These days, content is one cornerstone of a great brand. This is where you tell the story of who you are, what your marketplace is about, share tips, best practices, and other useful information to keep your customers, suppliers, and visitors coming back for more. You can do this by creating a blog, regularly producing high quality content, and getting peers involved in the content creation process.

5. Acquire new users creatively

Since acquiring new users is often expensive – the best way to find new users is to get creative with social media and PR, attending, participating and volunteering in events, as well as incentivizing good behavior and referrals from existing users.

Tell the press how you do things differently and give them a story that's so juicy they have to tell it. In other words, to get others interested you have to be interesting. Also, Near Me attends a lot of events and we host our own too, which helps the industry and us to find potential clients.

6. Create trust & reputation loops

One of the most powerful features in a peer-to-peer marketplace is the ability to create reputation through reviews. This helps people using your marketplace understand the experiences others have had with a seller before going through with a transaction. 

For example, Airbnb sends out review requests as soon as a stay is complete to both the host and the guest. They also make extensive use of the the profiles, which gives users an idea of what the person looks like, says about themselves, and how their online reputation speaks for them.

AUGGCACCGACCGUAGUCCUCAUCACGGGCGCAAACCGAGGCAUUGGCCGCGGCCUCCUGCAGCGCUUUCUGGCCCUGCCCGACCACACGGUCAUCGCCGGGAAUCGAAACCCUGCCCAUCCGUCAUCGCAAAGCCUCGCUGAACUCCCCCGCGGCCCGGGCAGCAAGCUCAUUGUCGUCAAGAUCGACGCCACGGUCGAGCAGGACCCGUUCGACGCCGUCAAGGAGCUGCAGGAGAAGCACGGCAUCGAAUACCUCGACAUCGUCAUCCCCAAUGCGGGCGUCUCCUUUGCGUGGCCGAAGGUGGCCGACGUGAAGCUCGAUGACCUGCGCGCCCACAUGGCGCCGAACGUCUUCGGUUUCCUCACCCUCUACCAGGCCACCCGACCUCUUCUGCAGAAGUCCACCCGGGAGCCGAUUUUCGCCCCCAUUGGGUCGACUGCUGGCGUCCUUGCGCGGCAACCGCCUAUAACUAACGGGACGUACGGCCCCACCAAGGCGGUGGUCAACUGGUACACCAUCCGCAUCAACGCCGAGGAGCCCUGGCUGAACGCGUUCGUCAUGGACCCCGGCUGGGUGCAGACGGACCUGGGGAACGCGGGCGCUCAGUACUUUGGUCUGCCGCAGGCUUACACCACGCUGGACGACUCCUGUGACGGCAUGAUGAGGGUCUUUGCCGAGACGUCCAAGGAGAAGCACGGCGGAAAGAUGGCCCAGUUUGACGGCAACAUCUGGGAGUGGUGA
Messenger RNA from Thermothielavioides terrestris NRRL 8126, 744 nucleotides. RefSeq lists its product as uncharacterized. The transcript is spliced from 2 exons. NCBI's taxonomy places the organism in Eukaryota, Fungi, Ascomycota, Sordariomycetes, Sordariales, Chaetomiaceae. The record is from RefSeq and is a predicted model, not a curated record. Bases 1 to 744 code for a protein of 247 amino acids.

7. Make transacting convenient 

The less friction there is in a transaction, the better your marketplace will perform. Keep the number of clicks between a user, signup, and transaction down to as few as possible. Every part of the user experience must be high quality, tested, reviewed and measured for benchmarking and further improvement. This includes offline transactions that occur if your marketplace requires logistical support or contact online.

Sometimes marketplaces work better as a subscription service, which eliminates the need for customers to do a transactions every time there is a need.

Also, mobile traffic represents around 20% of all web traffic globally and growing fast. Make sure your marketplace works well on all mobile devices.

8. Add value beyond the transaction

Your marketplace needs to have a stickiness to it that makes people want to complete their transactions through your platform vs. outside of it. When you’re taking a percentage of the transaction as part of your business model, you have to provide value above and beyond creating matches and offering a payment mechanism. A few ways to provide value beyond the transaction include: offering insurance, providing excellent customer service, creating a community, and offering a unique product or service. 

Download the the full 36 page guide: The 8 Best Practices for Creating a Peer-to-Peer Marketplace


Disclosure: Near Me is a sponsor of Shareable. Please read our sponsorship policy here.


Chelsea Rustrum


Chelsea Rustrum | |

Chelsea Rustrum is the co-author of It's a Shareable Life, a practical guide to the sharing economy, as well as a consultant, speaker, connector, and practitioner. She both lives and

Things I share: Home, car, clothes, rides, information and more.